How Today’s IT Professionals Reconcile Innovation and Complex Privacy Requirements
A gap separates the worlds of privacy regulation and IT systems design. Security and privacy are awkward bedfellows. They are distinct, yet many confuse secrecy for privacy, and in turn, IT designers can limit their own privacy thinking if they misconceive privacy as being about hiding away. Many myths and mixed messages about privacy have permeated IT. Engineers and software developers have probably heard that “privacy is not a technology issue”, that technology has “outpaced” privacy law, or that privacy threatens innovation by preventing the free flow of information. These ideas tend to disenfranchise or even dispirit architects and developers.
In recent years, several important movements have sought to bridge this gap. “Privacy by Design” (or PbD), for example, is a manifesto that strives to build privacy into IT developments from an early stage. It’s a worthy effort, yet Constellation finds that PbD has yet to engage many IT practitioners, for its principles still need to be reduced to real world engineering tools and habits. The broader idea of “Privacy Engineering” may come to supplant PbD if it is firmly framed in the ways that architects, software developers, and informaticians go about their work.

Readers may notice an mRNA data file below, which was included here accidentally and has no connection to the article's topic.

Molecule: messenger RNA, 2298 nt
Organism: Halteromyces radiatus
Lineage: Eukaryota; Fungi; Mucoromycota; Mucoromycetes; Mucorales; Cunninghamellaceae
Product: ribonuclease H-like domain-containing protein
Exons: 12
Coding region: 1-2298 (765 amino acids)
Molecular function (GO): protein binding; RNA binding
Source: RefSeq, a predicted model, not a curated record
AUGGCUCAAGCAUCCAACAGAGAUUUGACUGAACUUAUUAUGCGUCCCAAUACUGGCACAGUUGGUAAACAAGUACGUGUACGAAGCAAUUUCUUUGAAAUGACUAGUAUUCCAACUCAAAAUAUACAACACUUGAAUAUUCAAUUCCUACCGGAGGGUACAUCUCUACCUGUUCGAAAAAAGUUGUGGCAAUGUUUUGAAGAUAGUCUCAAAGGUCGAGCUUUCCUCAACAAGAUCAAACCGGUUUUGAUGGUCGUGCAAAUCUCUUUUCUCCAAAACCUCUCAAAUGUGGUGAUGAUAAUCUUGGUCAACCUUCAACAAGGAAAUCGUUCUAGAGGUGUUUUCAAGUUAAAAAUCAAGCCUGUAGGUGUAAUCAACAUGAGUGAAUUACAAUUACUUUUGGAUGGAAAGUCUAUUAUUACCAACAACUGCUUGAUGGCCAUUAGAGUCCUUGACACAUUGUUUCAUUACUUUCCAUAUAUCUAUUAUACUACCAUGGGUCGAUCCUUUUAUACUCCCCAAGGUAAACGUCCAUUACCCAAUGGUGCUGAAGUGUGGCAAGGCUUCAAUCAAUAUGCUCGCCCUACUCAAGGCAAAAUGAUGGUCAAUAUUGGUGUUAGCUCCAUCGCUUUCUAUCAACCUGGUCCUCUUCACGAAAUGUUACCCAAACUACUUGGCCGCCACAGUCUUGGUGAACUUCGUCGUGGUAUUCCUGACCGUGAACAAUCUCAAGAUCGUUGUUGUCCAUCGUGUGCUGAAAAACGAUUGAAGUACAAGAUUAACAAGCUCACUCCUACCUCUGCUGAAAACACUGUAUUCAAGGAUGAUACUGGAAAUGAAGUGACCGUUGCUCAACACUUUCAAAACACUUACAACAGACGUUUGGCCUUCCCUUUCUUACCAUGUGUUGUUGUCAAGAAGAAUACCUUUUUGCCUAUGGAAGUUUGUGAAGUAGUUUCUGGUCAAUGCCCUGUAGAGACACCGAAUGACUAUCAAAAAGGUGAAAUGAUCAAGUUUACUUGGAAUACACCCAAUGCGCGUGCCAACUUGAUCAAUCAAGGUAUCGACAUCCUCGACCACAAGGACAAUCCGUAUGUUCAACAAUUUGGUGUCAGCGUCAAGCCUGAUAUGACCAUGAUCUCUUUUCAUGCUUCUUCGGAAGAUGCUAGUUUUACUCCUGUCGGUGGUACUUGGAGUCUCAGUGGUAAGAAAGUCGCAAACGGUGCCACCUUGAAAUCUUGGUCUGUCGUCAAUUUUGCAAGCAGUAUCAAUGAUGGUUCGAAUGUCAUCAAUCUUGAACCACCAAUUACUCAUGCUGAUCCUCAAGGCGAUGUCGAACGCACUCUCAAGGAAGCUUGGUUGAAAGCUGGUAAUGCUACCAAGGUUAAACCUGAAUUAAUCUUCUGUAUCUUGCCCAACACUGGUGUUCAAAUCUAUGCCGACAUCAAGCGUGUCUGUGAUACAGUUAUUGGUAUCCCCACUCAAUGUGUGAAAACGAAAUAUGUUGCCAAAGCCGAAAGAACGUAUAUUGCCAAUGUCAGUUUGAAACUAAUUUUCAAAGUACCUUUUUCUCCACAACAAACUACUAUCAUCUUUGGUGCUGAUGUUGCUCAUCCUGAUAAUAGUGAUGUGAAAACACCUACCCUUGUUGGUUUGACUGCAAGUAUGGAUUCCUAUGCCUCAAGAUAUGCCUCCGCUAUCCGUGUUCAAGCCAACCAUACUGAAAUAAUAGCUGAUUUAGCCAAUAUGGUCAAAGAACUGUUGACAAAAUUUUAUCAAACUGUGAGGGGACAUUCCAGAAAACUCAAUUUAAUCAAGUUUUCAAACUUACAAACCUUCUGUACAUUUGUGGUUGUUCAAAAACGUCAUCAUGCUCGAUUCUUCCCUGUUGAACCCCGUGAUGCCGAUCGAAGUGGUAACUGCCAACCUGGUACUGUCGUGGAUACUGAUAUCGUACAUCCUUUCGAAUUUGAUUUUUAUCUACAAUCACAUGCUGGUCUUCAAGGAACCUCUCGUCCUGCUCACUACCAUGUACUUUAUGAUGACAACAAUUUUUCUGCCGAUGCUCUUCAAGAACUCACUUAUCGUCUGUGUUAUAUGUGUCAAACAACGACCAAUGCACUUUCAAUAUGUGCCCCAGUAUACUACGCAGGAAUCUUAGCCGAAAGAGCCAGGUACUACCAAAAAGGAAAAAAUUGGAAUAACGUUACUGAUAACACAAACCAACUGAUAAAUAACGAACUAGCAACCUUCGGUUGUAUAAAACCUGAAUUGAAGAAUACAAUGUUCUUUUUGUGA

Privacy and IT, in fact, share a number of traits. If they understand the common ground, IT practitioners – from the CIO and CTO through to designers and programmers – can see more clearly the role they have in privacy and collaborate more effectively with their legal and regulatory colleagues in privacy. This report explores some privacy misconceptions held by many engineers. It then analyzes the similarities between security and privacy practices to help align mindsets which historically have been quite separate. The paper closes with a set of practical tools and design methodologies to help IT architects and designers play a stronger positive role in privacy.
This report seeks to clarify data privacy principles in the context of information technology practices, with the aim of helping IT practitioners better understand the role they can play in protecting privacy. The term “Privacy Engineering” is gaining ground in efforts to bring the fields of IT and privacy closer together. For privacy engineering to be meaningful, fresh tools are needed to reveal the interplay between privacy requirements and other system design objectives and to help resolve competing interests.